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Old 10-28-2017, 09:41 AM   #1 (permalink)
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Idea: Parasitic battery expansion for Prius pack

As the title implies, I'm throwing around an idea of a battery expansion for my new Prius Two Eco.

The Two Eco comes from the factory equipped with a PALTRY 745 Wh of Li-Ion batteries, unlike the previous versions of the Prius, which had NiMH.

The Two Eco also has a space advantage, in that there is no spare tire. Having checked the well, I find a tire repair kit mounted into a GENEROUS foam space-consumer. Plenty of space for an expansion pack.

There exists plug-in conversions for this car, sure, but this is not what I'm after: it does not fit my driving, as I work as a contract delivery driver, and so drive 150-300 miles daily. Running pure EV mode at the expense of a higher power bill without being able to use it thereafter doesn't justify the price tag on systems like the unit from Plug-In Supply.

My goal is based on a theory I have about the car's operation.

The EV stage on the eco meter is variable based on SoC
This meaning that the available torque before kicking in the ICE is hugely dependent on voltage sag. Less sag, more available torque in pure EV mode.

If my theory is correct, then what I would like to attempt, is to "parasitically" attach larger Li-Ion cells. By this I mean, cell-by-cell, connecting them into the existing system, such that the car's BMS handles charging, discharging, and cell balancing, without me having to have separate systems of my own.

I am aware I'd have to get cells that are in the same voltage range for this to work, and that not all Li-Ion cells are equal.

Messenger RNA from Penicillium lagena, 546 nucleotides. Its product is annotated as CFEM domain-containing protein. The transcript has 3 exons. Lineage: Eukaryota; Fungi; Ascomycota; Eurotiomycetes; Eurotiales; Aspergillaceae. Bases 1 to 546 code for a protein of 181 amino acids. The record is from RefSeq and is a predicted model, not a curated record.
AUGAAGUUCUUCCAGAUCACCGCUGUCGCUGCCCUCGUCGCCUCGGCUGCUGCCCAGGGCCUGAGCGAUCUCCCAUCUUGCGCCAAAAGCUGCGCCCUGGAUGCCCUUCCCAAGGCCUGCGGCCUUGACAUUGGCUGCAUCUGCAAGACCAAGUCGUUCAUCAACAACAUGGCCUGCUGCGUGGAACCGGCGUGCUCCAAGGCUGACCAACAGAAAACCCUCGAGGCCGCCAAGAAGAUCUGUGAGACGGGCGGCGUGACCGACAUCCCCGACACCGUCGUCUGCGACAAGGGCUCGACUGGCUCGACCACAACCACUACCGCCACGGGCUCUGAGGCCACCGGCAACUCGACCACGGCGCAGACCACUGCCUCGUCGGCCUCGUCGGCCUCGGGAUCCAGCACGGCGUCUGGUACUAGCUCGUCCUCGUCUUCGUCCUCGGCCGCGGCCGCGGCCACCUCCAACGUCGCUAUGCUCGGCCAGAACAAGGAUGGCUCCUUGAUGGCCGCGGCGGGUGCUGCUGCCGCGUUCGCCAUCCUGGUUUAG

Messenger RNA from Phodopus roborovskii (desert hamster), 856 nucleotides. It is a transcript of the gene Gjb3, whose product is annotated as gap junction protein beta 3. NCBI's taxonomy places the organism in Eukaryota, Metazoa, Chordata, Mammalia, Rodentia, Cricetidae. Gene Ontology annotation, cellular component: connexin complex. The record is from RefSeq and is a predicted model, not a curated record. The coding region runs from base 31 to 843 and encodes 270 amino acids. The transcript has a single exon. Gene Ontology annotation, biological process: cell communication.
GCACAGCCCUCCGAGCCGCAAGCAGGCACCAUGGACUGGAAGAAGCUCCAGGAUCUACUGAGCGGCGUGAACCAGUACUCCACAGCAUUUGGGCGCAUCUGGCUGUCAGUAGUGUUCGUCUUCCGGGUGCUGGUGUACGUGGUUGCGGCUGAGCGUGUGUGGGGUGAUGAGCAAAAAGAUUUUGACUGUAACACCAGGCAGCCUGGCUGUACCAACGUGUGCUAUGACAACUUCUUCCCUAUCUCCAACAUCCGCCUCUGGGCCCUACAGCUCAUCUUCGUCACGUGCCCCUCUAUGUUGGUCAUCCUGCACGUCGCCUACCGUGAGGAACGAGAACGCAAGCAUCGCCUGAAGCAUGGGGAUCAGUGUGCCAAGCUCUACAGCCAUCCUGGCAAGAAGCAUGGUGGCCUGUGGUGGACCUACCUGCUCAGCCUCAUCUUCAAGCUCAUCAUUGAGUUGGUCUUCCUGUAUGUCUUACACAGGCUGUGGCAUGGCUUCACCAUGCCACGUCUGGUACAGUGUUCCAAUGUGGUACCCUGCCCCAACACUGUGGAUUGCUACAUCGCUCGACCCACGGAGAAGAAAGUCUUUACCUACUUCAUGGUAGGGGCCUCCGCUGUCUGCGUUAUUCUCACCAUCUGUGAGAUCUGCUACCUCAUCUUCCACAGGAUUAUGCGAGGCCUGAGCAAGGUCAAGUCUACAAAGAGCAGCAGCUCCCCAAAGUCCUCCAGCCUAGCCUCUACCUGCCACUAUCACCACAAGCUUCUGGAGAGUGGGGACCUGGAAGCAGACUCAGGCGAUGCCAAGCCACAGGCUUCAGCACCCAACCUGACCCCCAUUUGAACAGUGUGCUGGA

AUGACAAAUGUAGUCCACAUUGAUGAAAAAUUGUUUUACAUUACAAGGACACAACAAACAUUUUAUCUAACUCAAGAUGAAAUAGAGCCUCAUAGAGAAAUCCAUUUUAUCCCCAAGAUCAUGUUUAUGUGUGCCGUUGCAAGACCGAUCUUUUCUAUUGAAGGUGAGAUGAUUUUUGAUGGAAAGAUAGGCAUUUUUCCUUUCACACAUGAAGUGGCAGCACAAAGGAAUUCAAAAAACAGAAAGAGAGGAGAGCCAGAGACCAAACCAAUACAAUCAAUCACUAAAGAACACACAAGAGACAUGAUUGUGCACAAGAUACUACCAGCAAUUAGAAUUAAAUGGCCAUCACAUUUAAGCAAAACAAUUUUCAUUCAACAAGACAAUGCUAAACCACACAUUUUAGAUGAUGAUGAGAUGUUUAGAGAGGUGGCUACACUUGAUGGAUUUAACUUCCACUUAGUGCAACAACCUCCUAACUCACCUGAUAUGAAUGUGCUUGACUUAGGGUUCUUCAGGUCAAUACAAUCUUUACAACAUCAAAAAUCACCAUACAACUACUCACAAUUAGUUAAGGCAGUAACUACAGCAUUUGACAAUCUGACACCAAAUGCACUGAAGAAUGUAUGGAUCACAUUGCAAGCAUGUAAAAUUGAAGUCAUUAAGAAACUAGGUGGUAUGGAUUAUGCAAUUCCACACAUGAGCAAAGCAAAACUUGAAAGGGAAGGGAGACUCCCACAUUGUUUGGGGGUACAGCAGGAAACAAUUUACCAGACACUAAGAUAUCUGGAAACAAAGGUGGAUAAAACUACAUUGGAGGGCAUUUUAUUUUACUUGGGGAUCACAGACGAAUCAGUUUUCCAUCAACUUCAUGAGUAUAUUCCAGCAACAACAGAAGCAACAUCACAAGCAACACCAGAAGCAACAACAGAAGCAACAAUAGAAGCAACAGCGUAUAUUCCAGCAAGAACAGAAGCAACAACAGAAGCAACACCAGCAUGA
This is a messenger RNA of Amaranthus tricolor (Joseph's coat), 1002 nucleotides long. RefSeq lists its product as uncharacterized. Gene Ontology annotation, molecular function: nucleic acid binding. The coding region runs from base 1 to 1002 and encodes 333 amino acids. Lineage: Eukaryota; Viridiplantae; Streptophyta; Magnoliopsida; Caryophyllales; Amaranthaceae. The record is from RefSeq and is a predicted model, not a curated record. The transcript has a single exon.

The end result hopefully being the car has greatly improved EV driveability, more torque, more staying power, and hopefully, increased fuel economy as well.

Thoughts, concerns, obvious problems?

ETA: I would have fill-up results for it, but I've only driven ~350 miles so far, and still at half a tank.

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Old 10-28-2017, 02:46 PM   #2 (permalink)
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You won't get noticeably better fuel economy doing this. The main reason to have the battery is to capture braking energy and allow the vehicle to turn off when stopped. Being able to drive a little more in EV isn't going to improve fuel economy.
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Old 10-28-2017, 05:50 PM   #3 (permalink)
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red is correct.

Major technical challenge and high cost. Of the desired outcomes stated, negligible benefit at any level except for slightly improved economy on mildly hilly terrain due to increased capacity.

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